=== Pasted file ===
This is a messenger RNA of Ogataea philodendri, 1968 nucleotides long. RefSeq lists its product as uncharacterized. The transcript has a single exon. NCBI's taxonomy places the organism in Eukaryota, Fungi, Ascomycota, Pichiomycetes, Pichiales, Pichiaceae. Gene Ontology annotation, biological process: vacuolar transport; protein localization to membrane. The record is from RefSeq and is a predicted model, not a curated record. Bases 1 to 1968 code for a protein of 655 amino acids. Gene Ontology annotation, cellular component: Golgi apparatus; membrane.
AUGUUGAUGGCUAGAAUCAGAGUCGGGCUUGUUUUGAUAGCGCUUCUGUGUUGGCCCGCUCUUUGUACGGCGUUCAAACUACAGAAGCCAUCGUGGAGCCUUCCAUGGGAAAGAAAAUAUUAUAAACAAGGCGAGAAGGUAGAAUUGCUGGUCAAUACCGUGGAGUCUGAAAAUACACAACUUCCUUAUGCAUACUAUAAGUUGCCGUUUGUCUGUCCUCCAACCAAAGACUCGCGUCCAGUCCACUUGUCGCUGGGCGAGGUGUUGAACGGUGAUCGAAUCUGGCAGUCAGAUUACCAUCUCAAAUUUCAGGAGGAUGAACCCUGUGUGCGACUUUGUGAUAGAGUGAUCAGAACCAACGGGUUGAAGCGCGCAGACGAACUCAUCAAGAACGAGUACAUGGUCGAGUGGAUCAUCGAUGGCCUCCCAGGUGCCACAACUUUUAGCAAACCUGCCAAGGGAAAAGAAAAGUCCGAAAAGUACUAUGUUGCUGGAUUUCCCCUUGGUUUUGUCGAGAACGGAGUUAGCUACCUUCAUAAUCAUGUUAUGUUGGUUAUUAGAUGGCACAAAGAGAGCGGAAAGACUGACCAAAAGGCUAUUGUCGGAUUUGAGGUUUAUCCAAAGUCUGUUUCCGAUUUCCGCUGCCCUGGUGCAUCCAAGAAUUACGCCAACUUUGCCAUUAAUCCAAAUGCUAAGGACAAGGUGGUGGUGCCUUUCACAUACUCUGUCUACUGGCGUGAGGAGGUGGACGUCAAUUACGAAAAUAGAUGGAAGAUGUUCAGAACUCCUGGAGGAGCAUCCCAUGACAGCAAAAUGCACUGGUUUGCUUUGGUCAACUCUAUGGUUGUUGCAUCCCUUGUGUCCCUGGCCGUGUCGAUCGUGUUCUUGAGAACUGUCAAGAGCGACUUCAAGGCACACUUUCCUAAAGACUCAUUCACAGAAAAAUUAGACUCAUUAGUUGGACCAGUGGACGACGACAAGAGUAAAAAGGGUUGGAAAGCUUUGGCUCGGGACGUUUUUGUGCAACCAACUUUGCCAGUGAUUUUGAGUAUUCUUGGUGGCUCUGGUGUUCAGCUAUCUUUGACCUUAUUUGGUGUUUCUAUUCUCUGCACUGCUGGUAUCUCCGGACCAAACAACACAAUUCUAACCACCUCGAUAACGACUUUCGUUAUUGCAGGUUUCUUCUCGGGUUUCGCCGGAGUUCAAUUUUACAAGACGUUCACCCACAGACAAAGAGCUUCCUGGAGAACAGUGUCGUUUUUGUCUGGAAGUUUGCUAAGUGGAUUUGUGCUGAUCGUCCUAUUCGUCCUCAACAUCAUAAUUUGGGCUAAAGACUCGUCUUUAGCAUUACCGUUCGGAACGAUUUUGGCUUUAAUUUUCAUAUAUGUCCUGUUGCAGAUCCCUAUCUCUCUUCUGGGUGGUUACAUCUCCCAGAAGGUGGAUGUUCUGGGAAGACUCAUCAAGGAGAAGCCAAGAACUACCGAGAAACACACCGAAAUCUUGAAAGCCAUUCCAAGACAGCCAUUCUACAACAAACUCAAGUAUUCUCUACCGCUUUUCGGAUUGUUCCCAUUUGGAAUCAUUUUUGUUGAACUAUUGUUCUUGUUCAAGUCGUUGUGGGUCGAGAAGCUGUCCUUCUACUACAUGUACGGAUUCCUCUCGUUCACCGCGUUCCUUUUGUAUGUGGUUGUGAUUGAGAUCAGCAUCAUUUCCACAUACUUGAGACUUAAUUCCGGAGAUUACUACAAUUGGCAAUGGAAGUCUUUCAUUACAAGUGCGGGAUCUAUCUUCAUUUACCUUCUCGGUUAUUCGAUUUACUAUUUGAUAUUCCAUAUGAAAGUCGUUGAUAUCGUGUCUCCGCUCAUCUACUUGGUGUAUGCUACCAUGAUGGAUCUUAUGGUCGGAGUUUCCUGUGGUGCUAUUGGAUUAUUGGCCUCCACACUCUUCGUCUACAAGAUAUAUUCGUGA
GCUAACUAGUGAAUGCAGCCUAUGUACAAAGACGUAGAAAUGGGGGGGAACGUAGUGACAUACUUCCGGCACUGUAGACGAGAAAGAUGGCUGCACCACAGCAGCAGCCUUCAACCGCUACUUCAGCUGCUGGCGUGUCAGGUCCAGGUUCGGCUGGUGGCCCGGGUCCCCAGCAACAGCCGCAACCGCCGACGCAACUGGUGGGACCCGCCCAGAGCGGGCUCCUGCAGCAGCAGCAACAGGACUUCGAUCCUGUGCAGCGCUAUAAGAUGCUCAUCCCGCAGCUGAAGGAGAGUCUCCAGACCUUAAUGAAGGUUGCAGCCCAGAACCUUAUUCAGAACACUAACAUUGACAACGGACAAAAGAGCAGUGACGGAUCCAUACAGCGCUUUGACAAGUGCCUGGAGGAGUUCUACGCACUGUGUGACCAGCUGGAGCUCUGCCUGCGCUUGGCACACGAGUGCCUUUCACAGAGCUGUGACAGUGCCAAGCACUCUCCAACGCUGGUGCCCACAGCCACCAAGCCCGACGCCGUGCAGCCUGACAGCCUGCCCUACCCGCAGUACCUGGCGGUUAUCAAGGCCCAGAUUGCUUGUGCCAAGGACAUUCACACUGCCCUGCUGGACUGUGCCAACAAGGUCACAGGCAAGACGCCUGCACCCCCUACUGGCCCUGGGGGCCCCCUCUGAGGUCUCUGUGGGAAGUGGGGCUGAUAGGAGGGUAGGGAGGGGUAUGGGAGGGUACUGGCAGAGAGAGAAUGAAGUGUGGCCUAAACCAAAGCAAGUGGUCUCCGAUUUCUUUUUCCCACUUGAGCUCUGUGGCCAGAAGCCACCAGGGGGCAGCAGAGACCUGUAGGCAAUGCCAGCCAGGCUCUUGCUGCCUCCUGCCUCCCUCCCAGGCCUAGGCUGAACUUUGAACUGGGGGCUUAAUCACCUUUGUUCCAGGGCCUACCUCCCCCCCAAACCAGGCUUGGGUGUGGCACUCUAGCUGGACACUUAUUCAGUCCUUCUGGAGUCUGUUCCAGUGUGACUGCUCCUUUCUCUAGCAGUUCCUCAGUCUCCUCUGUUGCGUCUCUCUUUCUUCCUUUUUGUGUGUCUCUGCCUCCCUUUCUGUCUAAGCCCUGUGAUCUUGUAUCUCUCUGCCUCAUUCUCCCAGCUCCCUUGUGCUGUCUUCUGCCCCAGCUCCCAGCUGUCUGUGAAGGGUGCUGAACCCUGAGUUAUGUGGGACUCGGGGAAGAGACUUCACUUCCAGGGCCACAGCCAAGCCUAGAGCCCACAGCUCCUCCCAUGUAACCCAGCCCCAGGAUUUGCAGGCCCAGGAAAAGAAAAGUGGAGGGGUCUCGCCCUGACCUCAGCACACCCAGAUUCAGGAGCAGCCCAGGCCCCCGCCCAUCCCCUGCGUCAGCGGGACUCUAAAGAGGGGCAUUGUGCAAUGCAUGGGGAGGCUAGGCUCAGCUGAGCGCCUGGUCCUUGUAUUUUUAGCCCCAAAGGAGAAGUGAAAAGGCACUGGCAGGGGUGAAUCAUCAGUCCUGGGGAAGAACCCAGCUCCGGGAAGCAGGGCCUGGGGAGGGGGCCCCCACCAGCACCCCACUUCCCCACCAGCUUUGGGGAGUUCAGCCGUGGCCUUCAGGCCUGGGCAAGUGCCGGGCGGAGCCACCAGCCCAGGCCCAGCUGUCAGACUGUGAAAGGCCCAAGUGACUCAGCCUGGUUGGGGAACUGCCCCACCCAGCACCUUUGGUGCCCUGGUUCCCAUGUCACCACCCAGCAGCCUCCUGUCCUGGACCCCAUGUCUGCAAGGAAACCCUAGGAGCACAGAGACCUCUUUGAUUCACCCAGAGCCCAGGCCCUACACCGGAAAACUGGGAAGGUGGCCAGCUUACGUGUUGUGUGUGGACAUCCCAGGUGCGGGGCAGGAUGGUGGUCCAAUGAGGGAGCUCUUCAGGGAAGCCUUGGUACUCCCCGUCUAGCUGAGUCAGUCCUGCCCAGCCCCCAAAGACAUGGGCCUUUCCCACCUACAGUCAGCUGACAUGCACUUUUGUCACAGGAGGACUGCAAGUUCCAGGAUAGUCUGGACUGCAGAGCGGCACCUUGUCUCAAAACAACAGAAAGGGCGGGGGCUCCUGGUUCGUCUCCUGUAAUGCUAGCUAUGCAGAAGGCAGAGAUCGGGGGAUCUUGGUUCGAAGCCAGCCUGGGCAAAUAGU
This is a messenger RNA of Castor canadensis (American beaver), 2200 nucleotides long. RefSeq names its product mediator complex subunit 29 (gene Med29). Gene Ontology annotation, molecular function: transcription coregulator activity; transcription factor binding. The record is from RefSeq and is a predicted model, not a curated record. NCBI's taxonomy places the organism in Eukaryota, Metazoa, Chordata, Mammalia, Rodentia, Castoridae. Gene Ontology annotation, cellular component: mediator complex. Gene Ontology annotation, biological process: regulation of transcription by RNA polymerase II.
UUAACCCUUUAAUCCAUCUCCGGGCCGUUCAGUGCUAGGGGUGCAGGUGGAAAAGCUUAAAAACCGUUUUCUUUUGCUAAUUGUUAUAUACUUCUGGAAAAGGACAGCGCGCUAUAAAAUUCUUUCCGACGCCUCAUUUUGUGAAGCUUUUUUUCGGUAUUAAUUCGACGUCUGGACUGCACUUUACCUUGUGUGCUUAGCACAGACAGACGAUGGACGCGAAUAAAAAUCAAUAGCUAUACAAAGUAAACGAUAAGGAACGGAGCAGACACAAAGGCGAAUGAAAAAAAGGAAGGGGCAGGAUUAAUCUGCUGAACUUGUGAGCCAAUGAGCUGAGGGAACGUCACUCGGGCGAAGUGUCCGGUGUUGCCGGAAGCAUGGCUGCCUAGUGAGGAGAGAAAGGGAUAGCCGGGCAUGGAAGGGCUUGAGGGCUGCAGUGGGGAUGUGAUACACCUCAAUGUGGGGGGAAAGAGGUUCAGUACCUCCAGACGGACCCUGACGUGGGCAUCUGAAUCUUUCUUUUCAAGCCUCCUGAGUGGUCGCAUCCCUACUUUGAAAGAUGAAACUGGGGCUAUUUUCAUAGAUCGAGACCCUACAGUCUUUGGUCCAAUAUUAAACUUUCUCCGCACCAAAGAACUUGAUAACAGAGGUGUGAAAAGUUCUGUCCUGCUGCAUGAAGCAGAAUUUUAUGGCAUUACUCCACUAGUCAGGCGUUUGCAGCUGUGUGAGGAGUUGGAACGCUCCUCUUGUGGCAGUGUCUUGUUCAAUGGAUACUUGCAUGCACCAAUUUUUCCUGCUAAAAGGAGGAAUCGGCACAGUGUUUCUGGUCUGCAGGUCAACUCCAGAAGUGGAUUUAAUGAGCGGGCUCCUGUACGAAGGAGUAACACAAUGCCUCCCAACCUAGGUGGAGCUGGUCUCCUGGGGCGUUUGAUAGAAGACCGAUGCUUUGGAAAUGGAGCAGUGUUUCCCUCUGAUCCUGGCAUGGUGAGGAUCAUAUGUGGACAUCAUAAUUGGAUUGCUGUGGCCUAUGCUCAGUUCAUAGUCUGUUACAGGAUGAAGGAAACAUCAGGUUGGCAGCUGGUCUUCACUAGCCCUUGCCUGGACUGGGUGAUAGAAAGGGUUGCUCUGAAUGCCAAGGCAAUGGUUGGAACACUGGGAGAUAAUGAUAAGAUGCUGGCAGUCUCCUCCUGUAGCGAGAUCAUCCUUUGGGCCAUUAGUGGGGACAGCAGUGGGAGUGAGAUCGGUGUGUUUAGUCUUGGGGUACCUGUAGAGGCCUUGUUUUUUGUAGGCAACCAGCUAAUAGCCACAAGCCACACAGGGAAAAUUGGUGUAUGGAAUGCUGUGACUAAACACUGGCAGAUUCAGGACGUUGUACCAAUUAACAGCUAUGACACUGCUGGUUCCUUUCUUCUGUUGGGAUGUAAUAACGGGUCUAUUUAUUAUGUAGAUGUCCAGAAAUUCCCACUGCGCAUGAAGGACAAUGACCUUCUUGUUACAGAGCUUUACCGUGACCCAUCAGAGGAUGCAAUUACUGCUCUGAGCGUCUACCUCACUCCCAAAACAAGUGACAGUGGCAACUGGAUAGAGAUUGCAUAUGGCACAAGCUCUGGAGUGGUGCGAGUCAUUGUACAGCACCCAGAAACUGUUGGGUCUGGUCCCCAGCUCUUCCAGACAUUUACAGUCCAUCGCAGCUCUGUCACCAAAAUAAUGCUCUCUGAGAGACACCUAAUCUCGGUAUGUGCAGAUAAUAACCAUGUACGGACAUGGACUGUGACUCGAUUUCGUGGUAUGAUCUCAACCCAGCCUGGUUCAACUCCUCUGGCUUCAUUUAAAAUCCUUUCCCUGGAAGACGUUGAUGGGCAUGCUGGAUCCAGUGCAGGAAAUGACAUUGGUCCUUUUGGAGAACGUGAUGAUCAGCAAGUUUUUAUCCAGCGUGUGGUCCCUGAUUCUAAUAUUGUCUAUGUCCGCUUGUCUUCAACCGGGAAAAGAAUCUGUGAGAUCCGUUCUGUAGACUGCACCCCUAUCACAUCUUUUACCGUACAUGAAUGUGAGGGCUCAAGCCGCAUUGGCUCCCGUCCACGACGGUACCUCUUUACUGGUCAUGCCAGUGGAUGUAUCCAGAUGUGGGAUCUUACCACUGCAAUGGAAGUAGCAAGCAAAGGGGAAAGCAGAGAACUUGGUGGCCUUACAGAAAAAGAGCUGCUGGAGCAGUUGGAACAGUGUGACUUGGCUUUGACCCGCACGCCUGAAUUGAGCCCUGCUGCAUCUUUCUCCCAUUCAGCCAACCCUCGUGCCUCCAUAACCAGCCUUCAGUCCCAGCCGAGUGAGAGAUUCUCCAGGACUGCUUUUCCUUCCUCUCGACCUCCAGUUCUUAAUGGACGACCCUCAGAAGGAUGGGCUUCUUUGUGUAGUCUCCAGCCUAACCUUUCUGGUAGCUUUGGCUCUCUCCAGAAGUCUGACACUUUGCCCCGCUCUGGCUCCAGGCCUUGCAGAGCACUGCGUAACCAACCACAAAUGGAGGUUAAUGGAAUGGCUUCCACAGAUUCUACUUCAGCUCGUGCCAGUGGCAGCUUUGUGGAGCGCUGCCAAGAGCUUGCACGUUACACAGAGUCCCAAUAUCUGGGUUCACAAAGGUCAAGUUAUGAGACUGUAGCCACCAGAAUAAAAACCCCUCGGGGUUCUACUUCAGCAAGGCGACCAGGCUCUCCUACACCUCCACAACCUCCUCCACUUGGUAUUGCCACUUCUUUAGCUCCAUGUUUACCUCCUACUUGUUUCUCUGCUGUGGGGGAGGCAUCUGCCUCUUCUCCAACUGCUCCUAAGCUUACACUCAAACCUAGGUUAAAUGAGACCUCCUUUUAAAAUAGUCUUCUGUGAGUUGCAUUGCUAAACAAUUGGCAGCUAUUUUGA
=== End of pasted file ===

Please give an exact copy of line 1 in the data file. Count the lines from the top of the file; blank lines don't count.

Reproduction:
This is a messenger RNA of Ogataea philodendri, 1968 nucleotides long. RefSeq lists its product as uncharacterized. The transcript has a single exon. NCBI's taxonomy places the organism in Eukaryota, Fungi, Ascomycota, Pichiomycetes, Pichiales, Pichiaceae. Gene Ontology annotation, biological process: vacuolar transport; protein localization to membrane. The record is from RefSeq and is a predicted model, not a curated record. Bases 1 to 1968 code for a protein of 655 amino acids. Gene Ontology annotation, cellular component: Golgi apparatus; membrane.